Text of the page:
In the last week, the Banner Beekeepers have held their Annual Conference in Ennistymon, Co. Clare, and the Irish Organic Farmers & Growers Association (IOFGA) have held their AGM in Birr, Co. Offaly.
As a novice beekeeper, I found the apiculture lectures very useful. Ethel Irvine from Co. Fermanagh spoke about the vital role of the drone which can smell a queen bee at 50 metres and see her with the 8000 lens in each eye. Natura in minimis maxime miranda (Nature is at its most awesome in miniature form). Keith Pierce spoke about breeding good queen bees. Dara Scott recommended ways to tackle the bee disease ‘nosema’ and Eoghan Mac Giolla Códa compared the strengths of the native Irish Dark Bee with Italian and other non-native bee varieties. John Donoghue as an expert judge at Honey Shows shared the criteria he uses to select the very best honey displays, (see photograph).
The IOFGA AGM was packed with farmers from all parts of Ireland. Gillian Westbrook, the IOFGA Manager set the scene with an overview of the CAP reform talks and some stark facts. 80% of organic food bought in Ireland is imported. Much of that could be grown here. Much of those imports are fruit and vegetables. Yet only a miniscule 1.3% of organic production in Ireland is vegetables and herbs. God bless the likes of organic growers like Philip Dreaper in Offaly, Jason Horner in Clare, my near neighbour, Jenny Mc Nally near Balbriggan and Paddy Byrne down the road near Skerries, but Ireland needs more organic growers as food imports waste diminishing oil resources. Check out www.organicgrowersireland.org and drop along to their gathering in the County Arms Hotel, Birr, Co. Offaly, on Wednesday 20th February next.
Organic farmer Stephen Briggs from England made a fascinating presentation about agroforestry, ie. combining growing of trees with cultivating poultry, pigs, wheat or maize etc between these N – S lines of nut trees, cherry trees in France or poplar trees in Ontario, Canada. This is how more food and fuel can be obtainable from the same piece of land, rather than depending on the future claims of genetically modified monoculture. We had ‘green revolution’ monoculture in the 1960′s which increased oil consumption more than food production. Now a similar mindset is arguing for a ‘gene revolution’ in the belief that a GM form of monoculture is sustainable into the future.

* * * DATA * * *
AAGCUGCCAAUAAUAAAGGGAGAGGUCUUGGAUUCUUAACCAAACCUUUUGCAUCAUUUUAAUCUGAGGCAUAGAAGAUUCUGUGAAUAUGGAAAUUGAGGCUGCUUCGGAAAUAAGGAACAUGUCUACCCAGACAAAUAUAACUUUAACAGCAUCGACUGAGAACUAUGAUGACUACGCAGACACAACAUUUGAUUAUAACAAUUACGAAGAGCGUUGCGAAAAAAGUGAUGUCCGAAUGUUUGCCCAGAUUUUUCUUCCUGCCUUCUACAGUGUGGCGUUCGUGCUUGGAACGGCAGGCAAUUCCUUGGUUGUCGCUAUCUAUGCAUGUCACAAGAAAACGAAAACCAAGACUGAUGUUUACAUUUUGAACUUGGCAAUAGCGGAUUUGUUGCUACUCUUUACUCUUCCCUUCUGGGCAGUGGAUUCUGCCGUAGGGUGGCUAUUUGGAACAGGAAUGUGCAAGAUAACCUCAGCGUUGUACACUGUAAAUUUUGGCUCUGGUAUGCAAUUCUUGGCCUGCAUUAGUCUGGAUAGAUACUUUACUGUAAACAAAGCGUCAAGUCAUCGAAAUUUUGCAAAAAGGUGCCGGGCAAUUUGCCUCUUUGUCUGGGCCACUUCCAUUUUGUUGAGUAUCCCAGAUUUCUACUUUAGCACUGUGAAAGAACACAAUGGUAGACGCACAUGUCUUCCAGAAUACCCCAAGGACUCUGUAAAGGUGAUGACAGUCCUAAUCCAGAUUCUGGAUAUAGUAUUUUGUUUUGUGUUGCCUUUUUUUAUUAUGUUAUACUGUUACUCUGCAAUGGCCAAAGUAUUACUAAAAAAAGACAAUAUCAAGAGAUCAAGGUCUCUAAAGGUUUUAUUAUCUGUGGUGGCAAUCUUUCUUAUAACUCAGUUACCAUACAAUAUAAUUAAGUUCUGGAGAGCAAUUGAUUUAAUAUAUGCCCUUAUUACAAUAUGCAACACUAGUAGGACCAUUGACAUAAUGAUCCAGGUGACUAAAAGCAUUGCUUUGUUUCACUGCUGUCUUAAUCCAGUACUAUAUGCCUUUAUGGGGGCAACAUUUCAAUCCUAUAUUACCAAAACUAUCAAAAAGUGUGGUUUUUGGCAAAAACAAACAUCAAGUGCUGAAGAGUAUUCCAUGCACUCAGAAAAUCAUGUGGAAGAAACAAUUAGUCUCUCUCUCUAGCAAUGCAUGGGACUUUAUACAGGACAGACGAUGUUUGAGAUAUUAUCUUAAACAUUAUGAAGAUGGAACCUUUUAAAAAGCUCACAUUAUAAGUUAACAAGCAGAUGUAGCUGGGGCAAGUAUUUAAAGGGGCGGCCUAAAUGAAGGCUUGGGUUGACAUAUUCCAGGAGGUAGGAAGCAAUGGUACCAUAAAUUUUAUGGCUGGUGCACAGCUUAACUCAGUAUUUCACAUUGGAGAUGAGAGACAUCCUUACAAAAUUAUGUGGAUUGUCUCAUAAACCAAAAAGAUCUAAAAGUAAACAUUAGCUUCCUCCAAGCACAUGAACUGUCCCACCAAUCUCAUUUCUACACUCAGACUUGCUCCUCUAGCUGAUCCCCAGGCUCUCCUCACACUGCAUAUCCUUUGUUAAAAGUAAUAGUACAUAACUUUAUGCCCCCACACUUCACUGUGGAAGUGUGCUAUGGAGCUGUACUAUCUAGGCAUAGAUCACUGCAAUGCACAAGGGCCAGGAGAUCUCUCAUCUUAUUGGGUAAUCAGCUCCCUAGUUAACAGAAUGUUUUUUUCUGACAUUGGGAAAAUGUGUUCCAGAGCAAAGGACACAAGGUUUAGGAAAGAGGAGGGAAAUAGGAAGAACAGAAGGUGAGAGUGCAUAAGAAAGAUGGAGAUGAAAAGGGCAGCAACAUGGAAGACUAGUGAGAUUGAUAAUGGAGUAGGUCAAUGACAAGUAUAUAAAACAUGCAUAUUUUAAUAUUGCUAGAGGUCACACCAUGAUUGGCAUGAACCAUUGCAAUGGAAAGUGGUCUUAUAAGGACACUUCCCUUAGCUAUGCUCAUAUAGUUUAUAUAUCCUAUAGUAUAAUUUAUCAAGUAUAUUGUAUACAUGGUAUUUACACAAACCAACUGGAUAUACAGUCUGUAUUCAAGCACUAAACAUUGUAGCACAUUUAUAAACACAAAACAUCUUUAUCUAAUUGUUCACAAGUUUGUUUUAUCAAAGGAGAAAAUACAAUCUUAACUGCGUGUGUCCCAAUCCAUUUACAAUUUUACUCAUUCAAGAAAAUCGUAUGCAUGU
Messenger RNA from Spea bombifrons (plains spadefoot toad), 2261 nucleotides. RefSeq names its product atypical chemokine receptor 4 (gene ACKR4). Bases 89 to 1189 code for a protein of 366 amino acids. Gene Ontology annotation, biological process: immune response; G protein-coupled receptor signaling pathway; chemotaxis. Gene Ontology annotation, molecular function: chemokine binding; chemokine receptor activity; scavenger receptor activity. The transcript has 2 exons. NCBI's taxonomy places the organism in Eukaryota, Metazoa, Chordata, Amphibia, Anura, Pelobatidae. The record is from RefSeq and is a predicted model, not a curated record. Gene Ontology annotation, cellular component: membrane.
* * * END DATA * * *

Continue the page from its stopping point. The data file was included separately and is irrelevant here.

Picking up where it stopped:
Dr. Colin Sage from UCC, speaking at the IOFGA Conference, referred to the 2009 IAASTD World Bank report, ‘Agriculture at a Crossroads’. This report had 580 authors, took 3 years to write and was endorsed by the WHO, FAO and 58 countries including Ireland. The key recommendations were that feeding a growing number of human beings worldwide requires an ‘agro-ecological approach’. Consumers aswell as farmers need to be urged to think and act in this more holistic way. Most of the world’s 525 million farmers produce food on less that 2 hectare holdings. Modern organic research and training can seriously boost their food production capacity. GM, says this authoritative report, has such a limited role that is represents a distraction to the really practical ways humanity must learn to feed itself. This is not Trevor Sargent talking, this is a global comprehensive World Bank initiated report ‘talking’!
Modern monoculture currently requires 10 calories of fossil fuels to deliver 1 calorie of food on a plate. Dr Colin Sage told his audience that there is a 95% correlation between the cost of energy and the cost of food at present. It is time for farmers to quickly get off the dependency on fossil fuels in food production. Because organic farming uses less fossil fuels than agrichemical farming, it is only a matter of time before organic food will cost less that the unaffordable chemically grown counterpart. However unless each able bodied person grows more food organically, all food grown after fossil fuel prices rocket, will cost a far higher percentage of disposable income than is the norm at present. Ipso facto, present Government policy will mean that future food riots are sadly inevitable, I believe. Read more about this IAASTD* World Bank report in my book ‘Trevor’s Kitchen Garden’, pp.35 – 36. (www.orpenpress.com). Whatever about the European Central Bank, Nature does not do negotiations!
Learning from master judge John Donoghue about producing top quality honey for sale at the Banner Beekeepers’ Conference, Sun. 3 Feb.
*International Assessment of Agicultural Knowledge, Science and Technology for Development.